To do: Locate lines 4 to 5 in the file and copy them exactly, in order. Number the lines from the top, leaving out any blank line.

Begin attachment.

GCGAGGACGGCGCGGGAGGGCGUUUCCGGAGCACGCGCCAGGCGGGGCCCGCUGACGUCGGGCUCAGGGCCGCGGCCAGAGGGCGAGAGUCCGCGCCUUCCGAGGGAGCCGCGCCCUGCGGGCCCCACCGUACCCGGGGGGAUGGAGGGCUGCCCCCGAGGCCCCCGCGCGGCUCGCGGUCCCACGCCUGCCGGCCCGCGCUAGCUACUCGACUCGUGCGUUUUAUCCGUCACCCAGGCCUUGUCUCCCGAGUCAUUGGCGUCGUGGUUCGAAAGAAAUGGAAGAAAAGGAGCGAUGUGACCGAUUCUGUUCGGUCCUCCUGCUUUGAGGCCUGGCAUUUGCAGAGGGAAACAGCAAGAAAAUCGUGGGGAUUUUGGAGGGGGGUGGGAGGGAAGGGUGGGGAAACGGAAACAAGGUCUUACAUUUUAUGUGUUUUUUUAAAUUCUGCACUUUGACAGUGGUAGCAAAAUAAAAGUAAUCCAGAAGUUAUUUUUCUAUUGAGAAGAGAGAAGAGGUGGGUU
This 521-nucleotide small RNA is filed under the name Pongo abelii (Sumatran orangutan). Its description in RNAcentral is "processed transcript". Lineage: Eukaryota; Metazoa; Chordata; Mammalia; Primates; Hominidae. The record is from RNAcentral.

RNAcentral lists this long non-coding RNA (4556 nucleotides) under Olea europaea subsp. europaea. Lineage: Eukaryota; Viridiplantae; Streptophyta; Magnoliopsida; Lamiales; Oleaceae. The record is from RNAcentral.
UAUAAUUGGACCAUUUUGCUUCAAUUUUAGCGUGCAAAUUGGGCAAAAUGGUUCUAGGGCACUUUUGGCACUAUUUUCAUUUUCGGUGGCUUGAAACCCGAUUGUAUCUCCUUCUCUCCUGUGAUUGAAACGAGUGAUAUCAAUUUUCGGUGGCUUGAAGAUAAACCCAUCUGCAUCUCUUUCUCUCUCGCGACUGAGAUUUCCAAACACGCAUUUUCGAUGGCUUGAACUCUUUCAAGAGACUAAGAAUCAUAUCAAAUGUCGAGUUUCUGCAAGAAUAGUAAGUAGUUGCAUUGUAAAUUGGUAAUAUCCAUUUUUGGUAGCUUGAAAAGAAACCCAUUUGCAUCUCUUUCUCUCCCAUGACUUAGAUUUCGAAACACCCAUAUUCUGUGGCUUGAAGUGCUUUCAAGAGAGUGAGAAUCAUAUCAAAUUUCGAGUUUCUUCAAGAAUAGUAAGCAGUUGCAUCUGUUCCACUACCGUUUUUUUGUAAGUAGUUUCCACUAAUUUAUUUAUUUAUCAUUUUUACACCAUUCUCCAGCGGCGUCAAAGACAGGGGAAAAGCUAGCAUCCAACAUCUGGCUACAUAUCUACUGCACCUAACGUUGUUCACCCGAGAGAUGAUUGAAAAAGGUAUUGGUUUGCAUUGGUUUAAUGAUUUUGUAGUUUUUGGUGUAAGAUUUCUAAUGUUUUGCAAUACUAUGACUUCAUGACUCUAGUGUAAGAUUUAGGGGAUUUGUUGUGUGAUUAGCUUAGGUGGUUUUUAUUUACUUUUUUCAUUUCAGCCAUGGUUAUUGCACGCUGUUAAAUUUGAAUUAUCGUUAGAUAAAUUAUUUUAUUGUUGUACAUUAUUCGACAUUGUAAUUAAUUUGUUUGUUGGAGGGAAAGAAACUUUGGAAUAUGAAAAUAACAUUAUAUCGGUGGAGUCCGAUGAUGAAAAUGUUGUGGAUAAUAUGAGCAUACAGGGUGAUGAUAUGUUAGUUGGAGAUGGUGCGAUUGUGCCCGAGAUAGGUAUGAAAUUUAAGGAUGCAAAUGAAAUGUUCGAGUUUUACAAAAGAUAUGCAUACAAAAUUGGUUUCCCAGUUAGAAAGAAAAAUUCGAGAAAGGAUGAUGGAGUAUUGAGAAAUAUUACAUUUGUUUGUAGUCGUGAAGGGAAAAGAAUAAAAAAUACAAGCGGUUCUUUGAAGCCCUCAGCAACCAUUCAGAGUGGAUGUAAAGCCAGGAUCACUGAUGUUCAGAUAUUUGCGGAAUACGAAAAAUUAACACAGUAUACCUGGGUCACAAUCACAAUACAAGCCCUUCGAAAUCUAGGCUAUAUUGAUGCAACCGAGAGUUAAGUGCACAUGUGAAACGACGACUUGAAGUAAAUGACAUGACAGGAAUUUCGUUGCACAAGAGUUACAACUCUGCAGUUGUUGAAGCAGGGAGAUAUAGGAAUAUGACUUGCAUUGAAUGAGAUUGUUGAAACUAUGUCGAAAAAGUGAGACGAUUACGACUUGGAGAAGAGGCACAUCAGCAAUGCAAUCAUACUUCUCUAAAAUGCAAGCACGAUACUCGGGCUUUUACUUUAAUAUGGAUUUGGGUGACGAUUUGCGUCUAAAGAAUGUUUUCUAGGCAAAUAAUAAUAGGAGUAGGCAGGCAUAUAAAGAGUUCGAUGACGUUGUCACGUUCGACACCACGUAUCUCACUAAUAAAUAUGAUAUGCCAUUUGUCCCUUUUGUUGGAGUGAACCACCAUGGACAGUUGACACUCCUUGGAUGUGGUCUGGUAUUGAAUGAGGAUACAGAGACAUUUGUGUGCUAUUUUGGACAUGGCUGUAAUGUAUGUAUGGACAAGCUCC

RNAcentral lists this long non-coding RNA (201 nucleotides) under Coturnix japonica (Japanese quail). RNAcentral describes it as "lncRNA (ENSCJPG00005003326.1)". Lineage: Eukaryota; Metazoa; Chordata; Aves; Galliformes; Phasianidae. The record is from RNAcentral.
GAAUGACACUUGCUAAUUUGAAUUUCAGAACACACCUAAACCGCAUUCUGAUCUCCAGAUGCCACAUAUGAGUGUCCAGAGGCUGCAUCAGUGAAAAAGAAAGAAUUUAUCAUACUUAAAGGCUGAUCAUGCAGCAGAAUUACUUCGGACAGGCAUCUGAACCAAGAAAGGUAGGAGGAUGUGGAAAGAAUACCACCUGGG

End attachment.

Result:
UAUAAUUGGACCAUUUUGCUUCAAUUUUAGCGUGCAAAUUGGGCAAAAUGGUUCUAGGGCACUUUUGGCACUAUUUUCAUUUUCGGUGGCUUGAAACCCGAUUGUAUCUCCUUCUCUCCUGUGAUUGAAACGAGUGAUAUCAAUUUUCGGUGGCUUGAAGAUAAACCCAUCUGCAUCUCUUUCUCUCUCGCGACUGAGAUUUCCAAACACGCAUUUUCGAUGGCUUGAACUCUUUCAAGAGACUAAGAAUCAUAUCAAAUGUCGAGUUUCUGCAAGAAUAGUAAGUAGUUGCAUUGUAAAUUGGUAAUAUCCAUUUUUGGUAGCUUGAAAAGAAACCCAUUUGCAUCUCUUUCUCUCCCAUGACUUAGAUUUCGAAACACCCAUAUUCUGUGGCUUGAAGUGCUUUCAAGAGAGUGAGAAUCAUAUCAAAUUUCGAGUUUCUUCAAGAAUAGUAAGCAGUUGCAUCUGUUCCACUACCGUUUUUUUGUAAGUAGUUUCCACUAAUUUAUUUAUUUAUCAUUUUUACACCAUUCUCCAGCGGCGUCAAAGACAGGGGAAAAGCUAGCAUCCAACAUCUGGCUACAUAUCUACUGCACCUAACGUUGUUCACCCGAGAGAUGAUUGAAAAAGGUAUUGGUUUGCAUUGGUUUAAUGAUUUUGUAGUUUUUGGUGUAAGAUUUCUAAUGUUUUGCAAUACUAUGACUUCAUGACUCUAGUGUAAGAUUUAGGGGAUUUGUUGUGUGAUUAGCUUAGGUGGUUUUUAUUUACUUUUUUCAUUUCAGCCAUGGUUAUUGCACGCUGUUAAAUUUGAAUUAUCGUUAGAUAAAUUAUUUUAUUGUUGUACAUUAUUCGACAUUGUAAUUAAUUUGUUUGUUGGAGGGAAAGAAACUUUGGAAUAUGAAAAUAACAUUAUAUCGGUGGAGUCCGAUGAUGAAAAUGUUGUGGAUAAUAUGAGCAUACAGGGUGAUGAUAUGUUAGUUGGAGAUGGUGCGAUUGUGCCCGAGAUAGGUAUGAAAUUUAAGGAUGCAAAUGAAAUGUUCGAGUUUUACAAAAGAUAUGCAUACAAAAUUGGUUUCCCAGUUAGAAAGAAAAAUUCGAGAAAGGAUGAUGGAGUAUUGAGAAAUAUUACAUUUGUUUGUAGUCGUGAAGGGAAAAGAAUAAAAAAUACAAGCGGUUCUUUGAAGCCCUCAGCAACCAUUCAGAGUGGAUGUAAAGCCAGGAUCACUGAUGUUCAGAUAUUUGCGGAAUACGAAAAAUUAACACAGUAUACCUGGGUCACAAUCACAAUACAAGCCCUUCGAAAUCUAGGCUAUAUUGAUGCAACCGAGAGUUAAGUGCACAUGUGAAACGACGACUUGAAGUAAAUGACAUGACAGGAAUUUCGUUGCACAAGAGUUACAACUCUGCAGUUGUUGAAGCAGGGAGAUAUAGGAAUAUGACUUGCAUUGAAUGAGAUUGUUGAAACUAUGUCGAAAAAGUGAGACGAUUACGACUUGGAGAAGAGGCACAUCAGCAAUGCAAUCAUACUUCUCUAAAAUGCAAGCACGAUACUCGGGCUUUUACUUUAAUAUGGAUUUGGGUGACGAUUUGCGUCUAAAGAAUGUUUUCUAGGCAAAUAAUAAUAGGAGUAGGCAGGCAUAUAAAGAGUUCGAUGACGUUGUCACGUUCGACACCACGUAUCUCACUAAUAAAUAUGAUAUGCCAUUUGUCCCUUUUGUUGGAGUGAACCACCAUGGACAGUUGACACUCCUUGGAUGUGGUCUGGUAUUGAAUGAGGAUACAGAGACAUUUGUGUGCUAUUUUGGACAUGGCUGUAAUGUAUGUAUGGACAAGCUCC

RNAcentral lists this long non-coding RNA (201 nucleotides) under Coturnix japonica (Japanese quail). RNAcentral describes it as "lncRNA (ENSCJPG00005003326.1)". Lineage: Eukaryota; Metazoa; Chordata; Aves; Galliformes; Phasianidae. The record is from RNAcentral.